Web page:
Two months after I left for Taiwan, I got a phone call. “Jess, your mom and I have something to tell you . . .” My parents were getting divorced. After nearly 28 years, my mom had made up her mind — it was over.
The conversation wasn’t long. There wasn’t much to say. I couldn’t say I was shocked. I’d seen the disconnect between my parents for years — both of them trying, each in their own way, to bridge the gap. Both of them failing. I’d convinced myself that they were going to make it, knowing, deep down, I was wrong.
After we got off the phone, I sat on my black bedspread and stared at the brightly polished wood floor that I’d scrubbed and scrubbed when I’d first arrived. Outside my window, the dark sky began to rain. I didn’t notice. My mind was empty; my emotions, numb. I wondered, blankly, how my brother would take the news.
The next few months were a blur. The divorce was difficult news to tell my Christian coworkers. People from my background didn’t get divorced. It was just something you didn’t do. At work, I had to put on a happy face for my students. Each week, 80 bright-eyed 5th grade Taiwanese students arrived at our English camp. What did 9- to 12-year-olds know about being 6,500 miles from home or what it would be like to have no home to go home to when you went home?
My parents sold my childhood house quickly. When I flew back to the States for a short visit that August, it was to boxes filled with my things placed in a second bedroom in my dad’s apartment. I remember driving past my old house. It was hard to believe it was no longer mine.
That Christmas, my dad and brother visited me in Taipei. I showed them where I worked and all of the cool things I’d uncovered there. They learned I wasn’t kidding when I told them Taiwan could be cold — thanks to my tile floors and painted brick walls without insulation, I had to buy portable heaters so they would survive. We took a weekend trip to Hong Kong. My dad and brother had to duck everywhere we went: Not many Asians are 6-plus feet tall.
It was a magical trip, all in all, but something was missing. Where was Mom?
That trip was the beginning of my understanding of what it was going to be like to come from a broken home. My family was never going to be a single unit ever again. I spent the next two years in Asia and thus never really faced this new reality, however, until I moved home from Hong Kong in August of 2012. I moved in with my dad. I rarely saw my mom, who lived in a townhouse about twenty minutes away.
It was the holidays, though, that were the hardest.
My mom spent Thanksgiving with my brother and his then-girlfriend (now fiancée), and my dad was on call. I seriously considered helping at a homeless kitchen that day — which I knew demonstrated the true meaning of the holiday, anyway — but quite frankly was too depressed. I slept in until noon instead.
My mom’s dad died at the beginning of December 2012, and when Christmas rolled around, it didn’t really feel like Christmas, either. My brother would be spending the day with his girlfriend and her family; we’d planned to do Christmas with my mom a few days late. My dad was again on call, so . . .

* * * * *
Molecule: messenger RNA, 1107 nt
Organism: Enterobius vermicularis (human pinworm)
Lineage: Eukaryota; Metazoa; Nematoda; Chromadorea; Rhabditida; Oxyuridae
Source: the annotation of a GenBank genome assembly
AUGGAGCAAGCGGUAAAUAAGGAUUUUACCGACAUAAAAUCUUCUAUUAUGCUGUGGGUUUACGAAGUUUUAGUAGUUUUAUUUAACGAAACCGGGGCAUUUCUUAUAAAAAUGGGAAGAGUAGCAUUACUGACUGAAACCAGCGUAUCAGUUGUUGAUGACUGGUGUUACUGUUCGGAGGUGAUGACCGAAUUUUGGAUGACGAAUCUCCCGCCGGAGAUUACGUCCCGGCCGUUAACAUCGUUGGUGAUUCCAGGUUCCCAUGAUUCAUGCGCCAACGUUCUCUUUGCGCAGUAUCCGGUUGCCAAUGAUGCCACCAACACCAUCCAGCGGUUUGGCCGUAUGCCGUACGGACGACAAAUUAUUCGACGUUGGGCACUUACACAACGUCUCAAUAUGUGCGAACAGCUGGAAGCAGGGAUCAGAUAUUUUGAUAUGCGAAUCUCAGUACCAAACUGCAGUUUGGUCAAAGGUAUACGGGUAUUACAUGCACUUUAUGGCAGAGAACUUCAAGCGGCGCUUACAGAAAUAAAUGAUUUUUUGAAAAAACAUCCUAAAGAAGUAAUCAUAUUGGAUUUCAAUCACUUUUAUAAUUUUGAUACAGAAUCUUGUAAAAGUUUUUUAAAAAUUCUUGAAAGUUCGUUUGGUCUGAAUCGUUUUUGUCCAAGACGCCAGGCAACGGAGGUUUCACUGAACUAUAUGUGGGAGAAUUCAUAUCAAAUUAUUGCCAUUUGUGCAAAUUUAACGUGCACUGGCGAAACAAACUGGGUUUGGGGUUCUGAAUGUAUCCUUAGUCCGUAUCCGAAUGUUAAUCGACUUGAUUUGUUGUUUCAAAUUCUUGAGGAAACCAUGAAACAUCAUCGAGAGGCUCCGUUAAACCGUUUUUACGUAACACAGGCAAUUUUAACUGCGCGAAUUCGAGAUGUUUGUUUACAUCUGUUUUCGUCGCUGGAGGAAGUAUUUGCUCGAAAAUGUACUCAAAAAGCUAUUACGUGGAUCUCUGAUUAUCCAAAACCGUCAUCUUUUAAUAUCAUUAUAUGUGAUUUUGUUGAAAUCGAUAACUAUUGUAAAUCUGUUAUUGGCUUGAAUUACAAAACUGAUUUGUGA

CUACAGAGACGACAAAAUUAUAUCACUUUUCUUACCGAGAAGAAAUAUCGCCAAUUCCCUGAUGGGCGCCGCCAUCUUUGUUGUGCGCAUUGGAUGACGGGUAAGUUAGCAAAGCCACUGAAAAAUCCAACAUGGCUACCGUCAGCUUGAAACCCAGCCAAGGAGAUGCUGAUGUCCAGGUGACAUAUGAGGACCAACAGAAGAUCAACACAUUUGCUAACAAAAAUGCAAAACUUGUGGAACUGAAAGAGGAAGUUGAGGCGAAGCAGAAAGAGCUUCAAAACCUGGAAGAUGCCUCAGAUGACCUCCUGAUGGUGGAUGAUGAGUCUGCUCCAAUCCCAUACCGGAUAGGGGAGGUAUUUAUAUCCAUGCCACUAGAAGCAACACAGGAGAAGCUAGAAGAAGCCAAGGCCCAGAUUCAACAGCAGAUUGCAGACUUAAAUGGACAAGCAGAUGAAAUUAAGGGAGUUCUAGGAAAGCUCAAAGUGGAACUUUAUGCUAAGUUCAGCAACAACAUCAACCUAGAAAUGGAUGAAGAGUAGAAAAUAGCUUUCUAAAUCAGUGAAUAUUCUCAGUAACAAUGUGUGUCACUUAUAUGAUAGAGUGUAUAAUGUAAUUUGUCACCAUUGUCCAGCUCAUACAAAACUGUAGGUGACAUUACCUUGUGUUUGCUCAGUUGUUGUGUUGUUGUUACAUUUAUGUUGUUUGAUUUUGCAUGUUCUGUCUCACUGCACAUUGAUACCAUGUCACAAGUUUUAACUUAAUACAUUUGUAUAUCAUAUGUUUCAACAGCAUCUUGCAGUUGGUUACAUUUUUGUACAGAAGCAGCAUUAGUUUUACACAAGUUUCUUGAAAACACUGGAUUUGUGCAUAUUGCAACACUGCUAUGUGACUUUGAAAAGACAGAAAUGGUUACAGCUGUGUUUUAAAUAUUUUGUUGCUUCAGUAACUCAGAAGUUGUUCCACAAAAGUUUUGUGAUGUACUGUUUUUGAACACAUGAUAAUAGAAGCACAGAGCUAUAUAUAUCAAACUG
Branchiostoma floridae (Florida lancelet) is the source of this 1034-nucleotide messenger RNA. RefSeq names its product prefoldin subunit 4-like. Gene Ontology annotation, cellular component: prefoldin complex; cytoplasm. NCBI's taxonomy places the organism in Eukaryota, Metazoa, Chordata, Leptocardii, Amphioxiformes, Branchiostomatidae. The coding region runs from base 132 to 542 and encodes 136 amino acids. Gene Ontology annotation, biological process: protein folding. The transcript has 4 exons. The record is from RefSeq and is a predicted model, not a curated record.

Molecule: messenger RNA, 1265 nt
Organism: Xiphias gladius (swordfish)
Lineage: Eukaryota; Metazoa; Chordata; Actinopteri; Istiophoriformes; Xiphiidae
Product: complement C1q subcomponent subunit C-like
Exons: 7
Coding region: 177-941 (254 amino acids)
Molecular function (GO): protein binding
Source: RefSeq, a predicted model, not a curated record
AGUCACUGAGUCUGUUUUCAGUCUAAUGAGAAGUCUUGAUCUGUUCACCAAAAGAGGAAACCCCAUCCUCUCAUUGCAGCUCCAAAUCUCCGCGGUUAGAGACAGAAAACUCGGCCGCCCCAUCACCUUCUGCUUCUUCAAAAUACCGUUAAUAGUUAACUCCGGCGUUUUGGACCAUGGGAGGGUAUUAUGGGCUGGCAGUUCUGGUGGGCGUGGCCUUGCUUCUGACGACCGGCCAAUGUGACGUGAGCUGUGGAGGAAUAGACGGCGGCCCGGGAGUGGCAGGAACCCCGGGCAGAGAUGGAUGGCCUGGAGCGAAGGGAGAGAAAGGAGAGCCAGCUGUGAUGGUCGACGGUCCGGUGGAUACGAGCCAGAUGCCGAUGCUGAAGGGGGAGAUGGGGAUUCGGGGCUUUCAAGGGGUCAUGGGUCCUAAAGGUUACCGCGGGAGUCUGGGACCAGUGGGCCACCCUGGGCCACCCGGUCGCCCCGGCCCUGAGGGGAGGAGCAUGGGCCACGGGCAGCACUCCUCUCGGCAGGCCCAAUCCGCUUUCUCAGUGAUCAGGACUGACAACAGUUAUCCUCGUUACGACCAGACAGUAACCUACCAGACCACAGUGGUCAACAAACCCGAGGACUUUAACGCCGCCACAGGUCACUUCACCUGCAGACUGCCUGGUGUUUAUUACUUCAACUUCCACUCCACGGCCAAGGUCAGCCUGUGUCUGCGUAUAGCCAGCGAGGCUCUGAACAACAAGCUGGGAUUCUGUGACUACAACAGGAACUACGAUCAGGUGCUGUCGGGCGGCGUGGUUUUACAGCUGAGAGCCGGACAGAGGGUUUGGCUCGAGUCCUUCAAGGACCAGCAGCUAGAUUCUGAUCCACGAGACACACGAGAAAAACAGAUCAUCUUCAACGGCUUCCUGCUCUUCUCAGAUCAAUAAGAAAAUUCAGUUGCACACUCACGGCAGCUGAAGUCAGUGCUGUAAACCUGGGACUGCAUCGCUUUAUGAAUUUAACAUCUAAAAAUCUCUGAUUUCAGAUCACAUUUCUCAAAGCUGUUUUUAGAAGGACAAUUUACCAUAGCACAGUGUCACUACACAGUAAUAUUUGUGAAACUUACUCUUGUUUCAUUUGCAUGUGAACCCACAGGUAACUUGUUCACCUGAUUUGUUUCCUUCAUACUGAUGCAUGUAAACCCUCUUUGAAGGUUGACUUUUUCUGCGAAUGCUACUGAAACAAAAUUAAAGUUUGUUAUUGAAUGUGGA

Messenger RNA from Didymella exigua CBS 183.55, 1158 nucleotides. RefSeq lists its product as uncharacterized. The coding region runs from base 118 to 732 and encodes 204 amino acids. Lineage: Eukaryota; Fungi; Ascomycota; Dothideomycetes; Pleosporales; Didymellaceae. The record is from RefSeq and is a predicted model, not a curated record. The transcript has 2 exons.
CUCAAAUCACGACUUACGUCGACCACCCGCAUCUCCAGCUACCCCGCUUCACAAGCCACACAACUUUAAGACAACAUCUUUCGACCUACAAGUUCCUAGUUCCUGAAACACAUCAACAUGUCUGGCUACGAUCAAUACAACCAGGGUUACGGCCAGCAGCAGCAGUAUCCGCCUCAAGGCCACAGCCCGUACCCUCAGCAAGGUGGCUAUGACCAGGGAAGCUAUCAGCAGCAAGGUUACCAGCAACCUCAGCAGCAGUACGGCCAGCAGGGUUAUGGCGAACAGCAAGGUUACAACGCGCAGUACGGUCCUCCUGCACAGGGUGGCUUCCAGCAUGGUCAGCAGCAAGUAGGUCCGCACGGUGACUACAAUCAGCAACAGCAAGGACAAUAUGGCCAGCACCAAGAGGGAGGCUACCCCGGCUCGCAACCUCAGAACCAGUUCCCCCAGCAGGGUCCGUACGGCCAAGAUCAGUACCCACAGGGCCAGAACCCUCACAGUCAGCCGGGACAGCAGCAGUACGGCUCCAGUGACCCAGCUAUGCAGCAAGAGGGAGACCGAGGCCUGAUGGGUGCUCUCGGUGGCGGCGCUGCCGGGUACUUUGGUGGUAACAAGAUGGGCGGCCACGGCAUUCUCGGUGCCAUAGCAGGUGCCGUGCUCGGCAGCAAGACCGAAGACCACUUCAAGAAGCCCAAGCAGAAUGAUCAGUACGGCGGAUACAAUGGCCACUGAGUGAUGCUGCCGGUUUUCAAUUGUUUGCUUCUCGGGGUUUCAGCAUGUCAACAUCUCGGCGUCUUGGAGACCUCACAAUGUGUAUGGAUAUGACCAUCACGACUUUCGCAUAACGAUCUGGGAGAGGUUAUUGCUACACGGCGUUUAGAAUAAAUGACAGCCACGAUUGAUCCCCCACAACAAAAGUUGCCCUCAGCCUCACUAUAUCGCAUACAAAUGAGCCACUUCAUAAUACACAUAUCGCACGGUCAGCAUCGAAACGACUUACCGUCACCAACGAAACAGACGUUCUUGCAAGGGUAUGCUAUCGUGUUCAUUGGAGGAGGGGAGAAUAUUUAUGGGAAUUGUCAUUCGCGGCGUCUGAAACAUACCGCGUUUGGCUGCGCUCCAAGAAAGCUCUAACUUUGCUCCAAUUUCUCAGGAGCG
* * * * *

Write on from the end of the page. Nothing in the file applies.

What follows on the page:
Suddenly, I had an idea.
Something that’s always bothered me about the holidays is the emphasis on material things. All of the advertisements show families sitting around crackling fireplaces with stockings neatly hung and Christmas trees overflowing with presents. Everyone is smiling and sipping egg nog and hot cocoa. It’s this pseudo reality where, for at least one day, everything is supposed to be perfect. No one talks about the homeless man on the street corner who won’t be sitting at a mahogany table but, rather, will be taking his place in line at a soup kitchen that day. No one talks about the single mother of three frantically searching for presents at the thrift store. In my home before the divorce, there were always plenty of presents, but something else was missing. What are presents compared to contentedness; plenty of food compared to overwhelming love?
Something else I knew was that true happiness has nothing to do with material things. If I wanted to have a meaningful holiday season, I needed to stop thinking about me and to start thinking about something else.
And so I did. Since my dad would likely be at the hospital, anyway, I spent several hours on Christmas Eve preparing candy canes and cards for patients who would be stuck in the hospital on Christmas. At around 1 p.m. the next day, I drove to the hospital and my dad and I went around to each of the patients’ rooms — about fifty in all — and handed out the goodies I’d created. Many of the patients were elderly. I remember being surprised that a lot of them wanted to open the card and read it right there. I was glad I’d taken the time to write a heart-felt note in each. A few of them got misty-eyed. No one wants to be stuck in the hospital on Christmas.
As I drove away from the hospital that Christmas day, suddenly, I knew what the holiday season really meant. It had nothing to do with what the fanciful images we see on TV. Rather, it was about something else. It wasn’t about what we could get, but how much we could give away . . . Which, ironically, gives us in return more than any amount of presents ever could.
Last Christmas was one of the best Christmases I’ve ever had.
- making the holidays bright — my thoughts on the true meaning of the holiday season, written last year
- mrs. andrews — my post about one patient in particular that we visited last Christmas
- alone in an igloo — how I felt when I first arrived in Taiwan
- the end of an era — post about the passing of my Grandpa Joe